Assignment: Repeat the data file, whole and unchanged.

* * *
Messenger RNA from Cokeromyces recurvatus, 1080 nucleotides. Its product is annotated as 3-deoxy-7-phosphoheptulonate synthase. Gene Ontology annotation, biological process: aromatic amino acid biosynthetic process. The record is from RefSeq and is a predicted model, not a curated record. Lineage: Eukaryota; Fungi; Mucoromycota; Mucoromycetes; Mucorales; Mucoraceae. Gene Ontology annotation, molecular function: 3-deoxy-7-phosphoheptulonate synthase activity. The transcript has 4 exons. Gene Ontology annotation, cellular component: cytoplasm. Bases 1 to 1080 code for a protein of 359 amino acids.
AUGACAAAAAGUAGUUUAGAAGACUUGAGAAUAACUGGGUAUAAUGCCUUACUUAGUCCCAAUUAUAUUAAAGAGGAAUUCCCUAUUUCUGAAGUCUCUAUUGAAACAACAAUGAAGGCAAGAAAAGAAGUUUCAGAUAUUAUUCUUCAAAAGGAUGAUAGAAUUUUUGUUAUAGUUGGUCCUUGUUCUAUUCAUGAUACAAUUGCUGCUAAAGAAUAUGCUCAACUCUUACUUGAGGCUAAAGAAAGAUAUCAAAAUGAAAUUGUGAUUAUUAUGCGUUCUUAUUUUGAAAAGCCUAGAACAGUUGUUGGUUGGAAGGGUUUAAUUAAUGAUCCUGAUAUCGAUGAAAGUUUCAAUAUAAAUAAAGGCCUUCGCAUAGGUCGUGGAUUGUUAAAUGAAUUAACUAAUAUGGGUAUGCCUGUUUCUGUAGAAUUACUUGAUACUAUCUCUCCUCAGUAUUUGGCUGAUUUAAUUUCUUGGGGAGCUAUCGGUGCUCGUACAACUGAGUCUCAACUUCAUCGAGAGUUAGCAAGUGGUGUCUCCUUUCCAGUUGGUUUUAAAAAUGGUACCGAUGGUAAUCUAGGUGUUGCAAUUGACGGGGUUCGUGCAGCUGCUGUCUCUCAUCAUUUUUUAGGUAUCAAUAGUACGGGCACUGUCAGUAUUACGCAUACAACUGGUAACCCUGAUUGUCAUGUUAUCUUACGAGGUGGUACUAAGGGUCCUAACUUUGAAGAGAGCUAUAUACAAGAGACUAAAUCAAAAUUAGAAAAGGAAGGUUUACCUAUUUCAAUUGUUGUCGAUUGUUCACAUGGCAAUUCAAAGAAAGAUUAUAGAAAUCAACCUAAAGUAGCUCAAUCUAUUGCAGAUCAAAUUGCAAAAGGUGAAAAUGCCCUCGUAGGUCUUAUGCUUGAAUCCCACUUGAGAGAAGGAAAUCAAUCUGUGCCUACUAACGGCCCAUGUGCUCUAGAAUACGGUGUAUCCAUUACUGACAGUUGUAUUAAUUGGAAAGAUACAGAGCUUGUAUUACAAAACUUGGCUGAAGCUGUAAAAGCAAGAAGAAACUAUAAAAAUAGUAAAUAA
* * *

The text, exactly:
Messenger RNA from Cokeromyces recurvatus, 1080 nucleotides. Its product is annotated as 3-deoxy-7-phosphoheptulonate synthase. Gene Ontology annotation, biological process: aromatic amino acid biosynthetic process. The record is from RefSeq and is a predicted model, not a curated record. Lineage: Eukaryota; Fungi; Mucoromycota; Mucoromycetes; Mucorales; Mucoraceae. Gene Ontology annotation, molecular function: 3-deoxy-7-phosphoheptulonate synthase activity. The transcript has 4 exons. Gene Ontology annotation, cellular component: cytoplasm. Bases 1 to 1080 code for a protein of 359 amino acids.
AUGACAAAAAGUAGUUUAGAAGACUUGAGAAUAACUGGGUAUAAUGCCUUACUUAGUCCCAAUUAUAUUAAAGAGGAAUUCCCUAUUUCUGAAGUCUCUAUUGAAACAACAAUGAAGGCAAGAAAAGAAGUUUCAGAUAUUAUUCUUCAAAAGGAUGAUAGAAUUUUUGUUAUAGUUGGUCCUUGUUCUAUUCAUGAUACAAUUGCUGCUAAAGAAUAUGCUCAACUCUUACUUGAGGCUAAAGAAAGAUAUCAAAAUGAAAUUGUGAUUAUUAUGCGUUCUUAUUUUGAAAAGCCUAGAACAGUUGUUGGUUGGAAGGGUUUAAUUAAUGAUCCUGAUAUCGAUGAAAGUUUCAAUAUAAAUAAAGGCCUUCGCAUAGGUCGUGGAUUGUUAAAUGAAUUAACUAAUAUGGGUAUGCCUGUUUCUGUAGAAUUACUUGAUACUAUCUCUCCUCAGUAUUUGGCUGAUUUAAUUUCUUGGGGAGCUAUCGGUGCUCGUACAACUGAGUCUCAACUUCAUCGAGAGUUAGCAAGUGGUGUCUCCUUUCCAGUUGGUUUUAAAAAUGGUACCGAUGGUAAUCUAGGUGUUGCAAUUGACGGGGUUCGUGCAGCUGCUGUCUCUCAUCAUUUUUUAGGUAUCAAUAGUACGGGCACUGUCAGUAUUACGCAUACAACUGGUAACCCUGAUUGUCAUGUUAUCUUACGAGGUGGUACUAAGGGUCCUAACUUUGAAGAGAGCUAUAUACAAGAGACUAAAUCAAAAUUAGAAAAGGAAGGUUUACCUAUUUCAAUUGUUGUCGAUUGUUCACAUGGCAAUUCAAAGAAAGAUUAUAGAAAUCAACCUAAAGUAGCUCAAUCUAUUGCAGAUCAAAUUGCAAAAGGUGAAAAUGCCCUCGUAGGUCUUAUGCUUGAAUCCCACUUGAGAGAAGGAAAUCAAUCUGUGCCUACUAACGGCCCAUGUGCUCUAGAAUACGGUGUAUCCAUUACUGACAGUUGUAUUAAUUGGAAAGAUACAGAGCUUGUAUUACAAAACUUGGCUGAAGCUGUAAAAGCAAGAAGAAACUAUAAAAAUAGUAAAUAA